The story ties nicely with important themes such as loneliness and the importance of kindness. Alongside being funny, it teaches you about the vastness of the globe and different climates. It encourages you to think about different species, adaptation and different characteristics of certain species.


message 10: by Hannah (new)

Hannah  | 4 comments Troll SwapThis is a highly-entertaining and visually engaging story about feeling out of place. The story follows Tabitha, a spirited human girl, and Timothy, a quiet troll boy. Tabitha is too messy for her human family; Timothy is too tidy for his. By swapping places, Timothy, Tabitha and their families learn about accepting people for who they are.

This book would be a fantastic text for a PSHE lesson, especially in the context of learning about accepting / celebrating differences.

The artwork is fun and engaging too.

It's an ideal read for EYFS and KS1.


message 11: by Iona (last edited Apr 27, 2020 02:33AM) (new)

Iona Davis | 11 comments Doing the Animal Bop
The book I read this week was, Doing the Animal Bop by Jan Ormerod and Lindsey Gardiner. I read the book first, followed by watching a video and listening to it as a song which meant I my body free to dance along to the rhymes! The book has some bright and colourful illustrations that are engaging and includes a variety of animals that children may have already come across, as well as other animals that they may not be familiar with. This book would work well for Reception and Year 1 children in particular.

I can imagine that this would be a fantastic book to make interactive with your class. Asking pupils to flap around like a penguin, wriggle like a snake or stomp like a rhino, will hopefully make the story more exciting and engaging! As a trainee teacher, I could see this book being linked to the teaching of dance in P.E or could be used to talk about rhyming words in English. If you chose to use the song and video that is available online, you could also use the story in music lessons, allowing children to use instruments to highlight the rhythm in the story.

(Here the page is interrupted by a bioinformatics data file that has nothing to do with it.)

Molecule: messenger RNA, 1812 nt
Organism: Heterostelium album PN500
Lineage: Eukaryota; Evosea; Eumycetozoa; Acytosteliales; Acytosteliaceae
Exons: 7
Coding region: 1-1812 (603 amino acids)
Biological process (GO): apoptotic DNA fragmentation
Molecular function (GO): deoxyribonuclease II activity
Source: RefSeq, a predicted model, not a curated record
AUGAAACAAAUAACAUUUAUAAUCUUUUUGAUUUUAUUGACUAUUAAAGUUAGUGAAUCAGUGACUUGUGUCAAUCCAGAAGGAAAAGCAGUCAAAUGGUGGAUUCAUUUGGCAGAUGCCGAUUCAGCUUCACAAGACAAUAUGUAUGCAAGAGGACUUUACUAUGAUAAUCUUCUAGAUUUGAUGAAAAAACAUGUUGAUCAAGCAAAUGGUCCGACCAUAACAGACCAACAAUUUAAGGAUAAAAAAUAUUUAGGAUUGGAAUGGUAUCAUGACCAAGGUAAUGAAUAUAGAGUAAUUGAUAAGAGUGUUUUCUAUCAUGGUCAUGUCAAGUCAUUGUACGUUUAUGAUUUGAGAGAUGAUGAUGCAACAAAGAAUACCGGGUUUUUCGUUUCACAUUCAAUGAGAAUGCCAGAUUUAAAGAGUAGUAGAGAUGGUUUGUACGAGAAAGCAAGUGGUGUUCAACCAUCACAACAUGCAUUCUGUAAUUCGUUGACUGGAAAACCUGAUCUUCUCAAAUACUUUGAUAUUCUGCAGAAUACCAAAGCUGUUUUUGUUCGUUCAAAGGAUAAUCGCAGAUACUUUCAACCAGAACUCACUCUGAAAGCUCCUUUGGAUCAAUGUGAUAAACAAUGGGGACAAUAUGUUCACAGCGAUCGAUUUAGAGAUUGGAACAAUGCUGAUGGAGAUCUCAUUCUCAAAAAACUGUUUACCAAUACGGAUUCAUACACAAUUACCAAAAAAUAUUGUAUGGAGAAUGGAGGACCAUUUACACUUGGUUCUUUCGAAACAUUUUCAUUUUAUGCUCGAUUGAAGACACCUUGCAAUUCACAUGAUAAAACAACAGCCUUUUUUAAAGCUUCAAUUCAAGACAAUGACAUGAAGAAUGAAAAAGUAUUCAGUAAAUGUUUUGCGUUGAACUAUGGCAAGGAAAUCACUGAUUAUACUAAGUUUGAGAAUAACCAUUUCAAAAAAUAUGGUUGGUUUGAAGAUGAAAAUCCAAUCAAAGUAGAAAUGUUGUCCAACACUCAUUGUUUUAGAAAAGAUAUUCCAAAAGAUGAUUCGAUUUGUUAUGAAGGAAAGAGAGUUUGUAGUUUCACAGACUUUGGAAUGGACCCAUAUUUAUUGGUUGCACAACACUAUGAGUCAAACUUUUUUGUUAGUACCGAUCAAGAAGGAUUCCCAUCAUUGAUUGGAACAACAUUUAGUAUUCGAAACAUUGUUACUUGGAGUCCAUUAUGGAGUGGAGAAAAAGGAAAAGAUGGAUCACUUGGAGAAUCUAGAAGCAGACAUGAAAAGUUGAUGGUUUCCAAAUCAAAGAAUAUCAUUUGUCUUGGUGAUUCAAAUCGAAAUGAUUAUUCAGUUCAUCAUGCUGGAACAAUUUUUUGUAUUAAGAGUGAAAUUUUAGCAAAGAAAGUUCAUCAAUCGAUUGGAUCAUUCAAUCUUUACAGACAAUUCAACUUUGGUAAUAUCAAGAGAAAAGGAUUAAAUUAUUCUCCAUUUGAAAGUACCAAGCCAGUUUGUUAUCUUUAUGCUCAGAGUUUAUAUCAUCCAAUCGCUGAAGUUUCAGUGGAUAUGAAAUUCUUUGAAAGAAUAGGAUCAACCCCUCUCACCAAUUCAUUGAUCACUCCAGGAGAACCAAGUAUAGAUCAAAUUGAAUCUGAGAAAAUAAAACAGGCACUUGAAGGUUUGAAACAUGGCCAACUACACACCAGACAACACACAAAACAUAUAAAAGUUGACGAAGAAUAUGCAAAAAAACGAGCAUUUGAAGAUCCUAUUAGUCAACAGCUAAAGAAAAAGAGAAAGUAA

https://www.booktrust.org.uk/books-an...


message 12: by Amelia (new)

Amelia Shepherd | 2 comments What the Ladybird Heard on Holiday

A delightful tale, perfect for KS1 as a fun, playful story to share. This book is wonderfully illustrated and is a great catchy story due to the rhyming pattern. The story is set in London and has links with the Queen, a perfect way to situate a tale into reality.
In this book, the ladybird witnesses Hefty Hugh and Lanky Len steal a monkey from the zoo to help them steal jewels from the Queen, luckily the ladybird jumps in and creates a cunning plan.
The rhyming prose support the engagement of the book, helping it flow well and keep the reader glued! Once again, the illustrations with the ‘spot the ladybird’ keep children on their toes and wanting to read on an see what happens. An amusing story that is playful and full of fun! Perfect to add some end of day energy into the classroom.

With a range of animal sounds included too, there is plenty to engage the children within this text. A lovely fun book also for EYFS! Easily adds a smile to any audience. Definitely an excellent story to support children making their own stories too - fits nicely with the other Julia Donaldson ladybird books.


message 13: by Beth (new)

Beth Saunders | 6 comments Something Else

Something Else by Kathryn Cave and Chris Riddell is a wonderfully gentle tale about a creature who just feels like he does not fit in.
Something Else tries to be just like everyone else, but he is just different. No matter what he does he just doesn't belong. Then something turns up who wants to be friends but Something Else isn't sure he likes him at all..

This story is a really well illustrated and emotive tale which helps children to learn that it is ok to be different. Perfect for KS1 and would be ideal for a PSHE learning material which enhances understanding of empathy, self-esteem and friendship.

This book is aimed at KS1 however I think this could act as a very useful tool to teach the understanding of difference throughout Primary as the characters are not set to a certain age or stereotype.

There is plenty to enthuse EYFS children about the story with creative certainly imaginative character designs and thoughtful narrative. This book is a really important teaching resource which can be used to teach social and moral views within the classroom.


message 14: by Hannah (last edited Apr 28, 2020 03:29AM) (new)

Hannah  | 4 comments The Squirrels Who Squabbled

Another great book for PSHE lessons! I used this book as a basis for my lesson plan on social problem solving. The story follows two squirrels, Cyril and Bruce, who 'squabble' over a pinecone. It's a funny and engaging read about falling out and making friends.

It's by the same writer and illustrator duo behind The Lion Inside.


message 15: by Henrietta (new)

Henrietta | 5 comments The Boy, the Mole, the Fox and the Horse

It is a brilliant book with important messages of empathy and self-care, suitable for all ages. The text is short and simple but has deep and meaningful messages behind each page. This text could be used for various topics such as art (for example continuous line drawings), to demonstrate key punctuation and grammar skills (quotation and speech marks) and PSHE lessons.


message 16: by Katie (new)

Katie Hayhurst | 2 comments Archie Snufflekins Oliver Valentine Cupcake Tiberius Cat